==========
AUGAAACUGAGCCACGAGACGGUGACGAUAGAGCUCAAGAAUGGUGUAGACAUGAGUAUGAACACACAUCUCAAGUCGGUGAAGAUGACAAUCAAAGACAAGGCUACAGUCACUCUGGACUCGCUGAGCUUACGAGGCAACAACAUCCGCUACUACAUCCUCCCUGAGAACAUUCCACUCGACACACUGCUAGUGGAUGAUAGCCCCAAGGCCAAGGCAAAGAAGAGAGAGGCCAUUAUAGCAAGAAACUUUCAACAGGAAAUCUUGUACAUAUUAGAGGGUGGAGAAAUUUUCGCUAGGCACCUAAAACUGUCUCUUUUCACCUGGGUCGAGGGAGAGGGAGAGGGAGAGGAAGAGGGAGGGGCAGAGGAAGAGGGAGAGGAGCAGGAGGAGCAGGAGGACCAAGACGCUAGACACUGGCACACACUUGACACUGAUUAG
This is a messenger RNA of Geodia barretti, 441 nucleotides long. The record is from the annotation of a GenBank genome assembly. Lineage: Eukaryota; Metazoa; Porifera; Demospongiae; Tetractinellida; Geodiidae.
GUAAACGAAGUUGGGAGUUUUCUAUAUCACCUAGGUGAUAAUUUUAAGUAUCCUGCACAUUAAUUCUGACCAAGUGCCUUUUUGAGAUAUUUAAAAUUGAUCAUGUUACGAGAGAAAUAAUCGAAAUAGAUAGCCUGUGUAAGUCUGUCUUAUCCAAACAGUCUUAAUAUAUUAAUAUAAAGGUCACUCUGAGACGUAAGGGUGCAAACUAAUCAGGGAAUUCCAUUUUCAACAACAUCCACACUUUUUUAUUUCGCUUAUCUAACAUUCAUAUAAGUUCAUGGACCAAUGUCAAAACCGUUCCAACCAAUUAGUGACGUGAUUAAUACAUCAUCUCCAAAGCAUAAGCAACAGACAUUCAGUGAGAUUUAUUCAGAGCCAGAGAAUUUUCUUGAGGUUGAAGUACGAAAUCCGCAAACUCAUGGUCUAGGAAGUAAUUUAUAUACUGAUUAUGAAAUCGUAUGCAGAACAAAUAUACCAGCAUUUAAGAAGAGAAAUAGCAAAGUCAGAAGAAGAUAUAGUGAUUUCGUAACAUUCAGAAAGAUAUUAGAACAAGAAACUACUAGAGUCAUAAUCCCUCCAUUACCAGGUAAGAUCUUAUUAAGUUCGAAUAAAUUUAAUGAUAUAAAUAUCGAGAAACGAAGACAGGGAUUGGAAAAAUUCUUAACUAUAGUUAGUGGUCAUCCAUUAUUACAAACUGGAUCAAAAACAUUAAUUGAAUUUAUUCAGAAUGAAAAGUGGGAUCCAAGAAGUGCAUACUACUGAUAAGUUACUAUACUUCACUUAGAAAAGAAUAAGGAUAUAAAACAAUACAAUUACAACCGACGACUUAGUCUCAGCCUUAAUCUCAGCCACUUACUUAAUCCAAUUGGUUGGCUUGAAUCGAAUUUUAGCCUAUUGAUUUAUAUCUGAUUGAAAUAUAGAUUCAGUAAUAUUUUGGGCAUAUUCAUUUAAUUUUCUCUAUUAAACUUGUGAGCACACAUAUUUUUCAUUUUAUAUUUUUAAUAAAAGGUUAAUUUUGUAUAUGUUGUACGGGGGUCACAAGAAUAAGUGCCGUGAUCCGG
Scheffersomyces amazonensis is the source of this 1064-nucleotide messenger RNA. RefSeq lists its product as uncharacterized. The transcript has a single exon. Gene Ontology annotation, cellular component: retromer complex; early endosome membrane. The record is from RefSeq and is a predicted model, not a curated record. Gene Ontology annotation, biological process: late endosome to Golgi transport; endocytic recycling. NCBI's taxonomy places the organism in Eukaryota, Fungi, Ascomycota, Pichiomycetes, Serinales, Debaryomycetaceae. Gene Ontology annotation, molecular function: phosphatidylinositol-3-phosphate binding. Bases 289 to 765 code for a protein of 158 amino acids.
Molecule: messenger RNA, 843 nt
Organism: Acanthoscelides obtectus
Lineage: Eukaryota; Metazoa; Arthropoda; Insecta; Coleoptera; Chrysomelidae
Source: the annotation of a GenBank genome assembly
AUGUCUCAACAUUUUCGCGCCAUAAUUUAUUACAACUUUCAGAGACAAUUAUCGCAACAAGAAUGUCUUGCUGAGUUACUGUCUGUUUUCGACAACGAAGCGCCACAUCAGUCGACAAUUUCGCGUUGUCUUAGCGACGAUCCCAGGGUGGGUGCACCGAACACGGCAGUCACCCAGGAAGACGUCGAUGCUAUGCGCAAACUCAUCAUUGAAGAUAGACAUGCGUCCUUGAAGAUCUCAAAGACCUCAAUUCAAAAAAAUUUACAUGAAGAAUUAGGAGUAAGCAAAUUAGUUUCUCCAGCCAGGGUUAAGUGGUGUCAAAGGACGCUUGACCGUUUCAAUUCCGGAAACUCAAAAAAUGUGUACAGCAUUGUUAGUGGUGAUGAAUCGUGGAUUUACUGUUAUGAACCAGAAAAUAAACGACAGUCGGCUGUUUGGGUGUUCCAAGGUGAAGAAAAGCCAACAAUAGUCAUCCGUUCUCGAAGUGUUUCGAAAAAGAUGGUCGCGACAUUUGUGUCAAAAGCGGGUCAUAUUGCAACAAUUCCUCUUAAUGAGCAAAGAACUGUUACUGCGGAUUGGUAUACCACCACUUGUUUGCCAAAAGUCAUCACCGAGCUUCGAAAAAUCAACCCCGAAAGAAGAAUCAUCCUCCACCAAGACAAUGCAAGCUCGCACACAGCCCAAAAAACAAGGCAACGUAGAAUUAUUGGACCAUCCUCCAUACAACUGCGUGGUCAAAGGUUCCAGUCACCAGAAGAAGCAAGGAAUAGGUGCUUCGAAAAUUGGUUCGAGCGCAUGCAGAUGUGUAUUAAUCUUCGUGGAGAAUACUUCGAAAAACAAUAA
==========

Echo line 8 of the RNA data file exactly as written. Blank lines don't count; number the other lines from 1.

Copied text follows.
Source: the annotation of a GenBank genome assembly